Myanmar’s junta declared Saturday night that a group of ousted lawmakers running a shadow government would now be classified as “terrorists,” as the military moves to tighten its grip over a country in turmoil.
Since the military seized power in a February 1 coup, detaining and ousting civilian leader Aung San Suu Kyi, a nationwide uprising has refused to back down in its demands for a return to democracy.
Protesters continue to take to the streets daily, while a nationwide boycott by students and faculty as well as civil servants across various sectors has brought the country to a shuddering halt.
Meanwhile, a group of ousted lawmakers – many of them previously part of Suu Kyi’s National League for Democracy party – have formed a shadow “National Unity Government” to undermine the junta.
On Wednesday, the NUG announced the formation of a so-called “people’s defense force” to protect civilians facing violence from the military.
By Saturday night, state-run television announced that the NUG, its people’s defence force, and an affiliated group known as the Committee Representing Pyidaungsu Hluttaw (CRPH) – the Burmese word for parliament – were now classified as “terrorist organizations.”
“We ask the people not to... support terrorist actions, give aid to terrorist actions that threaten the people’s security from the CRPH, NUG, and PDF,” said the evening news broadcast.
The announcement comes as sporadic bomb blasts go off more frequently across Myanmar, especially in commercial hub Yangon – which authorities have blamed on “instigators.”
Previously, the junta had declared the CRPH and NUG as “unlawful associations,” and said interacting with them would be akin to high treason.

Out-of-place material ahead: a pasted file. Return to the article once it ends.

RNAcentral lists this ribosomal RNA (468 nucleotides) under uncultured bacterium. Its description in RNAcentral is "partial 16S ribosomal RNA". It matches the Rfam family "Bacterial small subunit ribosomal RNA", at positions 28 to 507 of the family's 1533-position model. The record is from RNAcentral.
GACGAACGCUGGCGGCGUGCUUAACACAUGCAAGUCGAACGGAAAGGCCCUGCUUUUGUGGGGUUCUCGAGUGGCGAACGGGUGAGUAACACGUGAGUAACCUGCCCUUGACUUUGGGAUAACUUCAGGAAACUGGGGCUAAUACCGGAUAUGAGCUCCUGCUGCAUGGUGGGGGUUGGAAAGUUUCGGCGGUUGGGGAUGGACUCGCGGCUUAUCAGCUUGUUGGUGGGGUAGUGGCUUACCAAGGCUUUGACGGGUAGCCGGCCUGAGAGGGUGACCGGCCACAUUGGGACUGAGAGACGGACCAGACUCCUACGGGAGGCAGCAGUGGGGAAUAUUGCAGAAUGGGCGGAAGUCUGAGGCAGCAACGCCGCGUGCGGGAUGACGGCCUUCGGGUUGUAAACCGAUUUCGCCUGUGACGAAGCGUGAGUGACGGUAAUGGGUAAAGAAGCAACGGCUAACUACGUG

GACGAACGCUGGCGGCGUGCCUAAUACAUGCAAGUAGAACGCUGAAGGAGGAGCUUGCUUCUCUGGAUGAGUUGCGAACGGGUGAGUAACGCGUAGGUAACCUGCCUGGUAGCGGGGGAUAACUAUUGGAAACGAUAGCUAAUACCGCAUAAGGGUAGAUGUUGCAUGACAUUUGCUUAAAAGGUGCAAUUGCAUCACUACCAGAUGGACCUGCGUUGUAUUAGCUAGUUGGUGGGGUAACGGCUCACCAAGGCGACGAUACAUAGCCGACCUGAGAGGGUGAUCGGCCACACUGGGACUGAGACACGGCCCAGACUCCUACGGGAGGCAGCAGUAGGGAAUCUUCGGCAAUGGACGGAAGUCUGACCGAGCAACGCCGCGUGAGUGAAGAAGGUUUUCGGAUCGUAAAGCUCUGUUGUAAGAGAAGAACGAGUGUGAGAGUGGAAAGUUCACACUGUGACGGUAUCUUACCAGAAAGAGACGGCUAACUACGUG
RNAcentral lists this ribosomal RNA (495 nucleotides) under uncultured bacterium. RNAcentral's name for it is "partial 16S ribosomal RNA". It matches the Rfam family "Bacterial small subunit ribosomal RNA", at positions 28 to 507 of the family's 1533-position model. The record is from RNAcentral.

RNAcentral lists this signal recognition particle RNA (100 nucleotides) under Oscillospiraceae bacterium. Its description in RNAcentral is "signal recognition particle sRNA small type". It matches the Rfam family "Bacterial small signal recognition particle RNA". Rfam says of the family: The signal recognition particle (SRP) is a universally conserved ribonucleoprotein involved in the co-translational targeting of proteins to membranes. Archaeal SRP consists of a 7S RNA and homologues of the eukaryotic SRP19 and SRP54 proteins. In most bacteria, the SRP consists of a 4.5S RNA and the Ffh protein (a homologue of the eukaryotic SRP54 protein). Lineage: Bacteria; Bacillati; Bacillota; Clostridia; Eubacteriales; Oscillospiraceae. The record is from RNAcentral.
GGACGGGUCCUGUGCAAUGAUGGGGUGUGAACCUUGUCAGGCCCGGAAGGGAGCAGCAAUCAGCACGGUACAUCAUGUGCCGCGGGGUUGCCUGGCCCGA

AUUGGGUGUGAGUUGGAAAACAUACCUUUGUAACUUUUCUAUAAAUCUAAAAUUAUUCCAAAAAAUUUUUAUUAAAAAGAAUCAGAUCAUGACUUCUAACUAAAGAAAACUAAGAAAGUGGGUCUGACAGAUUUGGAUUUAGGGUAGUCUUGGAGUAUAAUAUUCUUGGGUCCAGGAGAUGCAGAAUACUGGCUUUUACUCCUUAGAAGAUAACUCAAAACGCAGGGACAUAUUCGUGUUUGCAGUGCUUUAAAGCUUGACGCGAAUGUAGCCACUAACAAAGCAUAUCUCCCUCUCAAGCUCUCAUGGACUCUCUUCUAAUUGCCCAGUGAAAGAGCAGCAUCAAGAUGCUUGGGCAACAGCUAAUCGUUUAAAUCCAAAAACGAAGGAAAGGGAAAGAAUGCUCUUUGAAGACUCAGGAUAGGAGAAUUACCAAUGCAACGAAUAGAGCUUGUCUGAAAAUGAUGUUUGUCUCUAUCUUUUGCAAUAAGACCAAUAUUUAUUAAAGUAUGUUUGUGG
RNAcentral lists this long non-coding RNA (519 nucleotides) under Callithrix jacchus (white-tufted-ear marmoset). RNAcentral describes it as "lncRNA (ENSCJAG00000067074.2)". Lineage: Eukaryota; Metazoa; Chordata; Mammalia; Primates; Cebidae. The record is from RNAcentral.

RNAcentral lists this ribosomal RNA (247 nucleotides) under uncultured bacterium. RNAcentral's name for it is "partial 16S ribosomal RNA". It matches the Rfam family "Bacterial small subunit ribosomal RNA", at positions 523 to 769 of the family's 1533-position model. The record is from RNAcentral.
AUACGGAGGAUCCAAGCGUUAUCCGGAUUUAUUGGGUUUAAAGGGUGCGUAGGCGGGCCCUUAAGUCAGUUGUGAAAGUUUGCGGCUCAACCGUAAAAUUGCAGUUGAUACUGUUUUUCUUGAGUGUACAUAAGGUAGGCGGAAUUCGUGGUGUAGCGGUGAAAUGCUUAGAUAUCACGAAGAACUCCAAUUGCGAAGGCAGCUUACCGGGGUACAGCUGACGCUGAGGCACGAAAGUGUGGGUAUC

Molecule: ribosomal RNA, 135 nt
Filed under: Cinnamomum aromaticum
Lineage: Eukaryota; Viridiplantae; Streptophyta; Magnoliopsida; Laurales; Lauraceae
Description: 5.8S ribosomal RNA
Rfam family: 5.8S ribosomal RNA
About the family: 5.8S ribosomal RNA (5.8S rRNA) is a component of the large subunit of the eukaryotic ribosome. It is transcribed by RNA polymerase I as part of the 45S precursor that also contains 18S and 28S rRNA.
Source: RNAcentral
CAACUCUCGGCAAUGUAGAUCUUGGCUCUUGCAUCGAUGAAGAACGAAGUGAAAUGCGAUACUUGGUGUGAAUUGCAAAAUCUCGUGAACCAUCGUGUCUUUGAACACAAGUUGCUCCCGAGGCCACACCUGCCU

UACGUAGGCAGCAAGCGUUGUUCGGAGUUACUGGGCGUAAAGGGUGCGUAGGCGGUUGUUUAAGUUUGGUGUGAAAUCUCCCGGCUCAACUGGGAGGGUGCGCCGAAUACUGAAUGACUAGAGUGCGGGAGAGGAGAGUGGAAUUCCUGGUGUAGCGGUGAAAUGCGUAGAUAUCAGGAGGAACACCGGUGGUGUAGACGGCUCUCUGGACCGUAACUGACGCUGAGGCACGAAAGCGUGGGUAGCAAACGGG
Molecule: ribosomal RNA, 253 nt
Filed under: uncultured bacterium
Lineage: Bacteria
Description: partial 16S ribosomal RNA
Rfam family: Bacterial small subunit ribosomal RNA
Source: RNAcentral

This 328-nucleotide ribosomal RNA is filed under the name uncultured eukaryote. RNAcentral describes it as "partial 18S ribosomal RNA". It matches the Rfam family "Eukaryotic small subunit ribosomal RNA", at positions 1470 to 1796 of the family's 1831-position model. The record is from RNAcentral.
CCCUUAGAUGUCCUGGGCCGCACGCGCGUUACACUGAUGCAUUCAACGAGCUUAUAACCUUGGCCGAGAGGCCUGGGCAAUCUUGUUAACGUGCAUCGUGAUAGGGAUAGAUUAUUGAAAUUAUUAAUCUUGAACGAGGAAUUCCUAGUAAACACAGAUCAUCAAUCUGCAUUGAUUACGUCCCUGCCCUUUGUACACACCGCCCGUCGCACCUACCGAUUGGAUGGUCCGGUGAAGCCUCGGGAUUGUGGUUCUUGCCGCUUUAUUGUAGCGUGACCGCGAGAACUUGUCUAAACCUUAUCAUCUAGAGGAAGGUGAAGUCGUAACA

But their new designation as a “terrorist organization” means anyone speaking to them – including journalists – can be subjected to charges under counter-terrorism laws.
The Arakan Army – an insurgent group that had clashed with the military in conflict-wracked Rakhine state – held the designation last year, and a journalist who had interviewed a high-ranking representative was detained.
He faced terrorism charges, carrying penalties ranging from three years to life in prison.
While he was released not long after, the use of the counter-terrorism law against journalists sparked fears of a tightening noose around the country’s embattled press.
Dozens of journalists have been arrested in the wake of the coup, while media outlets have shut down and various broadcasting licenses have been revoked for some TV stations – placing the country under an information blackout.
Junta leader Min Aung Hlaing has justified his February 1 power grab by citing electoral fraud in November elections won by Suu Kyi’s NLD party.
But the regime’s efforts to suppress a growing anti-junta movement have brought only bloodshed, with security forces having killed more than 770 civilians since February 1, according to a local monitoring group.
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